Our record-setting winter is taking an expensive toll on Idaho agriculture.
Heavy snows collapsed greenhouses and onion-packing and storage buildings across Southwest Idaho. Cold temperatures threaten to slash grape yields at Canyon County vineyards. Livestock operations are paying for extra feed at a time when the cold and snow stresses animals and kills newborn calves.
This winter, the Boise Airport received 35.5 inches of snow from Nov. 1 through Monday, the most ever for that date range dating to 1892, according to the National Weather Service. The previous record for that time period was 1985.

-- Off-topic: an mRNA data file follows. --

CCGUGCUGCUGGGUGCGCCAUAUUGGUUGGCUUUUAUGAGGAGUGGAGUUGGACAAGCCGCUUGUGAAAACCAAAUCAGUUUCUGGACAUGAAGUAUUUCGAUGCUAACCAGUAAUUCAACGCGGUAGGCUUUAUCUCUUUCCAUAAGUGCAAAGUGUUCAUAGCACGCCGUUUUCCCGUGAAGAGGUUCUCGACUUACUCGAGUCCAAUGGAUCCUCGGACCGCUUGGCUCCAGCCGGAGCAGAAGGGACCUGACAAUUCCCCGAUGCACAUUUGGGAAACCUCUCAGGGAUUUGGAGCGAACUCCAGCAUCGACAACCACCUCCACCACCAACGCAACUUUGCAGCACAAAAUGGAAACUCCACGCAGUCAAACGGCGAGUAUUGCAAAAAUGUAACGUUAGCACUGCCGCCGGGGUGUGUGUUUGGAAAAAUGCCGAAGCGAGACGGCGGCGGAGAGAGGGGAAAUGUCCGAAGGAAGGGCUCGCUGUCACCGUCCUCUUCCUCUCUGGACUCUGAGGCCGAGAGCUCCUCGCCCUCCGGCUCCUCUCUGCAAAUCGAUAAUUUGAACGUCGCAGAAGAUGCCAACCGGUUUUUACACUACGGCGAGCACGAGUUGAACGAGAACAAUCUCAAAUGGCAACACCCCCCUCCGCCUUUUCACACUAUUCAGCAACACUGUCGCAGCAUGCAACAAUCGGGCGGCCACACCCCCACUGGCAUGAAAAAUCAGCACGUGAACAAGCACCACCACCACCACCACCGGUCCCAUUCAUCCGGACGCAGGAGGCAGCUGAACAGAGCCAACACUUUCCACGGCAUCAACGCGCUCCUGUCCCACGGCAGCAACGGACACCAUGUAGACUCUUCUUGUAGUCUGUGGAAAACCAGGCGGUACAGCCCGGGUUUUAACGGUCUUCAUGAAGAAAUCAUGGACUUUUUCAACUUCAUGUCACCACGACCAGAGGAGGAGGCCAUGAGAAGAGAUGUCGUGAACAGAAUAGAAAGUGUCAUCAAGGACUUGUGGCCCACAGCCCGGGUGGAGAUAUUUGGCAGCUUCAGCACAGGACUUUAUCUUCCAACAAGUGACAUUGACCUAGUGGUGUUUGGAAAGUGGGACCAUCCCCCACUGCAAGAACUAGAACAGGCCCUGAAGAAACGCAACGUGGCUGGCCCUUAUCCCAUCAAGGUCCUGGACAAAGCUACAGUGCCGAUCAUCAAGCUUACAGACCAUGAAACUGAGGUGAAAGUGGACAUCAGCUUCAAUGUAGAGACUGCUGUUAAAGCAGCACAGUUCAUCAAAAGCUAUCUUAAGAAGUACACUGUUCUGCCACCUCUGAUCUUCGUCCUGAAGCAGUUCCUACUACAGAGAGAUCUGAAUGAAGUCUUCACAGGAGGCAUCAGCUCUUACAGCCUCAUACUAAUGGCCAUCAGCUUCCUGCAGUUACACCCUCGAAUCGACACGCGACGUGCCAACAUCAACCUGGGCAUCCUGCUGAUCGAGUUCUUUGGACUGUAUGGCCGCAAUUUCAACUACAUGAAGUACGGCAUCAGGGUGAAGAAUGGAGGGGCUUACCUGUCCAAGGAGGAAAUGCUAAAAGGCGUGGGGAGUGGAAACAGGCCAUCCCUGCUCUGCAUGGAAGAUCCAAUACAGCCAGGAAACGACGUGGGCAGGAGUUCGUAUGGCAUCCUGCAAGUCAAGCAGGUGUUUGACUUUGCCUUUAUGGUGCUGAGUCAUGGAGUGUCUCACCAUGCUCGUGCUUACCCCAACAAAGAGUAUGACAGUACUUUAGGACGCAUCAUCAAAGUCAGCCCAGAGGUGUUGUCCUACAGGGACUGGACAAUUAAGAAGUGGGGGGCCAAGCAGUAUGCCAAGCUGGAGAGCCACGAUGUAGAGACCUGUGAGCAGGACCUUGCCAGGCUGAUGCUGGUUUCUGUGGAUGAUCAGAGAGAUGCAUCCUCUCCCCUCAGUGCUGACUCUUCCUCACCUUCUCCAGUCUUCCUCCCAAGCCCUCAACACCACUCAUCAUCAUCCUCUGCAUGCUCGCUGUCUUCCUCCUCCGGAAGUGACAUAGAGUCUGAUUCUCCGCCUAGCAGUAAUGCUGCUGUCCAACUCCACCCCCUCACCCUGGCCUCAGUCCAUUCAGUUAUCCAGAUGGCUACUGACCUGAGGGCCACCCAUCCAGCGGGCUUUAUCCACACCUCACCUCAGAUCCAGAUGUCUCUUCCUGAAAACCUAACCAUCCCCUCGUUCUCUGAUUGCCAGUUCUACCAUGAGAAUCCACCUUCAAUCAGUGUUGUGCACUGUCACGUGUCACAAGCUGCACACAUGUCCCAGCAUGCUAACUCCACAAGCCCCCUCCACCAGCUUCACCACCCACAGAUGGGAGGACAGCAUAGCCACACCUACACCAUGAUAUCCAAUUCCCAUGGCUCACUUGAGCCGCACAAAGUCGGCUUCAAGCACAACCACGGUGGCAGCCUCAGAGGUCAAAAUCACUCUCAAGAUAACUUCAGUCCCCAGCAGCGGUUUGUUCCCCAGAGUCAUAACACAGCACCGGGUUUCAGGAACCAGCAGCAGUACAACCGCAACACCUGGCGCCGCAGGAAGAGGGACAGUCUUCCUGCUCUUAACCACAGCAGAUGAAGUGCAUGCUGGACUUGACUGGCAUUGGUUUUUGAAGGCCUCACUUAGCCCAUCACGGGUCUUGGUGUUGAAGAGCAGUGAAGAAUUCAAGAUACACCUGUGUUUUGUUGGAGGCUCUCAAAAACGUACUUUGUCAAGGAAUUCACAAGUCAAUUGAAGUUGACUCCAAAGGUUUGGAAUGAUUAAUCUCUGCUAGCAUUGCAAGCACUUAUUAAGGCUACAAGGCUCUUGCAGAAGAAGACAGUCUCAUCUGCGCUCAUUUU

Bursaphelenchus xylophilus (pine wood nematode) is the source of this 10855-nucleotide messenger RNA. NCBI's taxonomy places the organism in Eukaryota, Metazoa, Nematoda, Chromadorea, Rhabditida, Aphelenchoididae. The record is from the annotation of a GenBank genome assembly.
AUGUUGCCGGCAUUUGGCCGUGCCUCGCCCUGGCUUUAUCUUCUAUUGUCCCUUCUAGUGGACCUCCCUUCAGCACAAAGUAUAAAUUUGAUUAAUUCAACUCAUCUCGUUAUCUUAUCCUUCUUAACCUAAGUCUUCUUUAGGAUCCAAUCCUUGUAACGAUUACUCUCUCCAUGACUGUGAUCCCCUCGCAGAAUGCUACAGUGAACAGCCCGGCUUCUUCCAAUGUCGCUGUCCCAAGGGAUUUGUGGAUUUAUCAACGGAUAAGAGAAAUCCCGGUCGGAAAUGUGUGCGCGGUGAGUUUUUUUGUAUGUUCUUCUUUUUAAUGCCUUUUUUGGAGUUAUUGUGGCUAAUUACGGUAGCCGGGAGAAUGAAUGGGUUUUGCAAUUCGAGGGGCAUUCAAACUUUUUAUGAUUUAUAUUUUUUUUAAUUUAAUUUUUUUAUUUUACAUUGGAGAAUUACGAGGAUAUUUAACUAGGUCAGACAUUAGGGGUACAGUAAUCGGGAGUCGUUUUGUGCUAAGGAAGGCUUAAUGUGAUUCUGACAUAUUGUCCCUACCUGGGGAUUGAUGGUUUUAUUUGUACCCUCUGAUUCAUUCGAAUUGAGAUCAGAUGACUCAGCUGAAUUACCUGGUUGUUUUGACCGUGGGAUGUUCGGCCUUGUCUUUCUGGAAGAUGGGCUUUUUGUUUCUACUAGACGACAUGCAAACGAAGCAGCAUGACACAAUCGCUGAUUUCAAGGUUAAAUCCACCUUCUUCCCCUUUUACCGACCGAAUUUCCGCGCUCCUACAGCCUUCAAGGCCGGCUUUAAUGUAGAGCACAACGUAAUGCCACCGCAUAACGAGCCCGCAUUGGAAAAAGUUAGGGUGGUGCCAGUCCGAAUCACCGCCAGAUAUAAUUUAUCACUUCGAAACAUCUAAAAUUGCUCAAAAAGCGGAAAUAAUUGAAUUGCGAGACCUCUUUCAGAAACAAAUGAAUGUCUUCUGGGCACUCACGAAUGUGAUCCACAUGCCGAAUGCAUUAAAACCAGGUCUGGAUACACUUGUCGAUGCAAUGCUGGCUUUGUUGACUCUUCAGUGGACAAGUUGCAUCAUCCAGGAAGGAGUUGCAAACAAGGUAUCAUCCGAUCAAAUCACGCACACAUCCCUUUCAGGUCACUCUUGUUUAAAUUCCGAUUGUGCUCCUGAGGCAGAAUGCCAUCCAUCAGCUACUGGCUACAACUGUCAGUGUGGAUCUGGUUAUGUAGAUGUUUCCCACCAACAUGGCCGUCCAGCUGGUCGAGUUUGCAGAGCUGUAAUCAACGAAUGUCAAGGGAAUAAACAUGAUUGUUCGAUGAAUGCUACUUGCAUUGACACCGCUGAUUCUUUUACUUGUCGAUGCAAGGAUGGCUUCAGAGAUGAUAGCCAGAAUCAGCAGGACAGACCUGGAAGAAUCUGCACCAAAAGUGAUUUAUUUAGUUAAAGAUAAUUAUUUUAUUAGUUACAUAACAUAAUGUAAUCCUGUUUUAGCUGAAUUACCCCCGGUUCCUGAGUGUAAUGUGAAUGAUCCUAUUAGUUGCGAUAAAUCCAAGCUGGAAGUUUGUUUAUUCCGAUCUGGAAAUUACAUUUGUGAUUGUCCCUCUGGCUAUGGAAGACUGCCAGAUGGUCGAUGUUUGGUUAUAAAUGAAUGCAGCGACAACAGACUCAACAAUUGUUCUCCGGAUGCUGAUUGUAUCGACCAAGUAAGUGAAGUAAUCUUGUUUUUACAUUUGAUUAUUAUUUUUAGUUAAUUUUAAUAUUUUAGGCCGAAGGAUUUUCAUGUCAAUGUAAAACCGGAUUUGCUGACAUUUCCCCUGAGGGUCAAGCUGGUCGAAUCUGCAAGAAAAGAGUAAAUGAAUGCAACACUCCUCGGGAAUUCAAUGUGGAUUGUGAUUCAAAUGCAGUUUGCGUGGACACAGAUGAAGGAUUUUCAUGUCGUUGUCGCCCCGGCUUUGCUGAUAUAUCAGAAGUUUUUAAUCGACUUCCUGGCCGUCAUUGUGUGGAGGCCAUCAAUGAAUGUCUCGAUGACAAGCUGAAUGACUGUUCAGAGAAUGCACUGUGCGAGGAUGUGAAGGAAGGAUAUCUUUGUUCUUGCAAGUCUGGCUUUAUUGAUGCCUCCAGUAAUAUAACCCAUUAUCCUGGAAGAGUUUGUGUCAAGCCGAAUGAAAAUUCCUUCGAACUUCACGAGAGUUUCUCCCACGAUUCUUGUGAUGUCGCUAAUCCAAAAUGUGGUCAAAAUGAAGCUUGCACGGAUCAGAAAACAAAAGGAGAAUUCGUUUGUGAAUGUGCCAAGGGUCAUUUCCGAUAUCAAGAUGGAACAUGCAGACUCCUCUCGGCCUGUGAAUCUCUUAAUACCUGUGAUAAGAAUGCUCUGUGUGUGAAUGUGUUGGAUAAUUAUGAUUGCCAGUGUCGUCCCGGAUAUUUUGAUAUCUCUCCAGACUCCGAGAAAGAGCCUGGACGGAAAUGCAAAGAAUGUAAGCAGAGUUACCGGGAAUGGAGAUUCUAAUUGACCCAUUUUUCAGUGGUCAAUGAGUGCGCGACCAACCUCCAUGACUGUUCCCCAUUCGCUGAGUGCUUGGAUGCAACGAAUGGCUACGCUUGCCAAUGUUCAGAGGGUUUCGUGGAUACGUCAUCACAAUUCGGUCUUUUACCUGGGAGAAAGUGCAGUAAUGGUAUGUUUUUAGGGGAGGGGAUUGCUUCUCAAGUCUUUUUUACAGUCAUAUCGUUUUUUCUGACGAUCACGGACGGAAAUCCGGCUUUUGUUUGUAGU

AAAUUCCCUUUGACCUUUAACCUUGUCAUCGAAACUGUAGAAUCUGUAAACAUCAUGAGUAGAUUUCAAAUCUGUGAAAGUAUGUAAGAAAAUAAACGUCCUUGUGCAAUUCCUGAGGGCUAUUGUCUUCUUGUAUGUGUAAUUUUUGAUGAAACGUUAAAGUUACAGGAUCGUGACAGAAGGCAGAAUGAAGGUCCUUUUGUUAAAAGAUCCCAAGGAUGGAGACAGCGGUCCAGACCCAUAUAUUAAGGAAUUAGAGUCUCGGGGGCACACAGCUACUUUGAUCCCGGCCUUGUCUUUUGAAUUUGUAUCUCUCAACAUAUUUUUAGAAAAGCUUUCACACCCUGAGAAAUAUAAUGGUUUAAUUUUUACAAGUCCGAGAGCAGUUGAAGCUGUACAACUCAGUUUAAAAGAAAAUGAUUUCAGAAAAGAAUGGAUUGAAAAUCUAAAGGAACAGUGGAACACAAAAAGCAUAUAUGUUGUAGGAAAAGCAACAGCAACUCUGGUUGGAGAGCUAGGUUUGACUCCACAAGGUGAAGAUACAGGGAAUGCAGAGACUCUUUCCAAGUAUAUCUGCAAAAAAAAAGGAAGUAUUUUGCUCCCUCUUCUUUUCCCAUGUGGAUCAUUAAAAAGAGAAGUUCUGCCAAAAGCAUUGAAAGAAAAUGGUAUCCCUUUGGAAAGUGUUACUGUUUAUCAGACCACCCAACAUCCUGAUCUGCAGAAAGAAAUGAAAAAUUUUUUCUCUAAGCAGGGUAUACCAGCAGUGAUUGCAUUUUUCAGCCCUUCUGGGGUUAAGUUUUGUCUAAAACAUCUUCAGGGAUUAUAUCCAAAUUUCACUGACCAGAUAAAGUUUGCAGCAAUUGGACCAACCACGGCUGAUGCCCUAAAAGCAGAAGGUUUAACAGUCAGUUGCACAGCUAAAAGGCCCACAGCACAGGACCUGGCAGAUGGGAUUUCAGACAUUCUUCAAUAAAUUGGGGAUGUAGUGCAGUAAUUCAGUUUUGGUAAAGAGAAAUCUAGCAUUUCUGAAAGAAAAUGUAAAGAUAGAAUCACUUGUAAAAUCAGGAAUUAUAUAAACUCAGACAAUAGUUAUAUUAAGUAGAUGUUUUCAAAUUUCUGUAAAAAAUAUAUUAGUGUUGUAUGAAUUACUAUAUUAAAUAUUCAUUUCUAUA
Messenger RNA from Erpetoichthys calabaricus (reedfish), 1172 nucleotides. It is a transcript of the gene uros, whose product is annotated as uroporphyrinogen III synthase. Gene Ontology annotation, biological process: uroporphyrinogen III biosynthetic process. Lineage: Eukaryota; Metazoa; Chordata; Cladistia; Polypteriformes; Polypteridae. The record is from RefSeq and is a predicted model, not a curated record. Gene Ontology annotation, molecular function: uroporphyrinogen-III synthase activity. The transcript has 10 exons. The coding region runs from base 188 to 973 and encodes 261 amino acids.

Treasure Valley farmers cannot remember a more severe winter, said Tucker Shaw, co-owner of Shaw Cattle Co. near Caldwell and president-elect of the Idaho Cattle Association. Shaw has been dealing with stressed and sick animals and a collapsed auction barn.
“This is definitely one for the ages,” he said.
Here’s a closer look at some of the impacts:
1. Greenhouse destruction
On the afternoon of Jan. 8, about a foot of snow had accumulated on the greenhouses of Purple Sage Farms, which grows organic produce and herbs 4 miles north of Middleton.
Owner Tim Sommer had taken the usual precautions, knocking snow from inside the top of the plastic cover of the quonset-hut-shaped greenhouses and heating the interior to encourage the snow to slough off the sides.